Drs. Richmond Hung, Beth Bureau, Michael Margolies, and Sheldon Natkin and our staff rely on digital X-rays to help us diagnose oral conditions and process images at incredibly high speeds. You can also view digital X-rays in real time while we examine your mouth with an intraoral camera and upload the images to a software program. A chairside computer monitor lets you see these images as we refine areas of concern to ensure an accurate diagnosis.
But are dental X-rays safe?
Yes! They emit 80 percent less radiation than exposure-type X-rays and provide detailed images to improve diagnosis and treatment. We can now detect dental problems in their earliest stages without subjecting you to unnecessary radiation. The amount of radiation released by digital X-rays is “negligible,” which means the amount is so small, that it can be safely disregarded.
Safe enough for children and pregnant women, digital X-rays detect microscopic pitting in tooth enamel and other abnormalities in the oral tissues that might have remained undetected with traditional X-rays. When Drs. Richmond Hung, Beth Bureau, Michael Margolies, and Sheldon Natkin and our staff discover dental caries in their earliest stages, we can initiate treatment measures that will effectively prevent cavity development, tooth decay, and potential tooth loss.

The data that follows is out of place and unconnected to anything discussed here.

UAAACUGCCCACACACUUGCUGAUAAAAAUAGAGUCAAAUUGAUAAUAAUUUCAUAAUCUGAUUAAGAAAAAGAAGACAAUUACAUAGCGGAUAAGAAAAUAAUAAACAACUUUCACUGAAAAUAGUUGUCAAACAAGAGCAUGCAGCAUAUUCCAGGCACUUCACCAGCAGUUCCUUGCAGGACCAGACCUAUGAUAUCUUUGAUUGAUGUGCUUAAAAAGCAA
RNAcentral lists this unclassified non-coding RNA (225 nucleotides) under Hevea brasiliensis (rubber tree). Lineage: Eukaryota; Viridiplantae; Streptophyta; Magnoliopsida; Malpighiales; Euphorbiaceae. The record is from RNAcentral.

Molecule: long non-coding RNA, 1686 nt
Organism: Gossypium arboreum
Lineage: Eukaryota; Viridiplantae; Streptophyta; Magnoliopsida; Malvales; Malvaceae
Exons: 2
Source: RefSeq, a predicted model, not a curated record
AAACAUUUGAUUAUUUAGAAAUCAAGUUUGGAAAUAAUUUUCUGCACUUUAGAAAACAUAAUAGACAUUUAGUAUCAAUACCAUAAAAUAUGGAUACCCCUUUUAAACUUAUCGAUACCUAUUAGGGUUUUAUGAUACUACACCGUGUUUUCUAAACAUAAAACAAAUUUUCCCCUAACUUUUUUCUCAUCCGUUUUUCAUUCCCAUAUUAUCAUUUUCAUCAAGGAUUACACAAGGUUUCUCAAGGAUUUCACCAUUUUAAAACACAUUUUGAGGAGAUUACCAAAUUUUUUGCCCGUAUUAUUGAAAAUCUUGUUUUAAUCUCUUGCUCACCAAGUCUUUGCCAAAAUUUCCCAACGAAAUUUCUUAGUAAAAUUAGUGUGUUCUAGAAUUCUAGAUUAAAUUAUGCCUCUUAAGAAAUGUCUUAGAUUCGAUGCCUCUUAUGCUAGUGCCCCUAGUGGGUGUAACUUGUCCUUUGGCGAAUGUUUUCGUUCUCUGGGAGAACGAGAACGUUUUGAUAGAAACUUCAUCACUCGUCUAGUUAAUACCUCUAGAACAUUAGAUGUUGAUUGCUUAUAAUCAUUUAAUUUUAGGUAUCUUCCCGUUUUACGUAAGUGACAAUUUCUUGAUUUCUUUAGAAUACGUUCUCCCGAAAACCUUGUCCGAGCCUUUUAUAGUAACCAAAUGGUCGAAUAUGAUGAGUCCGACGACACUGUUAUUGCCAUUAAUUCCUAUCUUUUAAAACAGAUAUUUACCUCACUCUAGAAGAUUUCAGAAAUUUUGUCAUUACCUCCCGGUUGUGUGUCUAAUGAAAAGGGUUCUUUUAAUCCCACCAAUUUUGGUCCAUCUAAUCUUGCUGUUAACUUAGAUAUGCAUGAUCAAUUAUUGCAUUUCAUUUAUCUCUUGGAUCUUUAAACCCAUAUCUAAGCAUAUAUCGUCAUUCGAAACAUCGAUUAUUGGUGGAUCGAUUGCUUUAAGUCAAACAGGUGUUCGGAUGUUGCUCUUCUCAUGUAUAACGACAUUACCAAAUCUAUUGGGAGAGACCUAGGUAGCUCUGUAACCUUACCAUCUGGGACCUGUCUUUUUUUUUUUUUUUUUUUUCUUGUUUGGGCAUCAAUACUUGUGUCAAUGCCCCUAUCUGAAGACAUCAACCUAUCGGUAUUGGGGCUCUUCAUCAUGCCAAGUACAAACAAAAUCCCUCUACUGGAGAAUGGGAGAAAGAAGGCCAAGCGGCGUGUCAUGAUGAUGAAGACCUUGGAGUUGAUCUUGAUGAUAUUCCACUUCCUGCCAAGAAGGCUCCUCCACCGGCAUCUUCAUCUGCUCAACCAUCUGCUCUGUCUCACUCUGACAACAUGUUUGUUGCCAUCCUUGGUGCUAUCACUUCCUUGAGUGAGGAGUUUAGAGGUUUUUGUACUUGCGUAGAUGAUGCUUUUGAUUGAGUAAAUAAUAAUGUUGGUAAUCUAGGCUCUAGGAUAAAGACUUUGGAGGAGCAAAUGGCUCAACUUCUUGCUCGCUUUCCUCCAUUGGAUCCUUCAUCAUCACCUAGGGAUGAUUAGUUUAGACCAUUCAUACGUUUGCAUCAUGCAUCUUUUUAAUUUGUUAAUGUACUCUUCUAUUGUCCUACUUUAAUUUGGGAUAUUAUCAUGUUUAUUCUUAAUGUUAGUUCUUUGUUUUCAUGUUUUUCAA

Patient appointment lengths are shortened with digital X-rays as well, because images are immediately viewable and do not require the exposure time associated with old-style X-rays.
How Digital X-Rays Differ from Traditional X-Rays
Instead of using cardboard-contained film, we insert a small sensing device about the size of a pen in your mouth and engage the digital X-ray machine by manually manipulating control buttons. Within seconds, images appear on the monitor that can later be stored in your file or sent to another doctor for further examination.
The increased resolution afforded by digital X-rays means that patients are able to understand the seriousness of their dental issues better, and are more inclined to follow through with procedures recommended by Drs. Richmond Hung, Beth Bureau, Michael Margolies, and Sheldon Natkin.
Safer, Better and Faster
For detection of cancerous tumors in their early states, digital X-ray technology offers vast improvements over film X-rays because of its cutting-edge image processing capability. Early detection of oral cancer and dental caries is the best way to prevent any type of oral health problem from exceeding the treatable stage.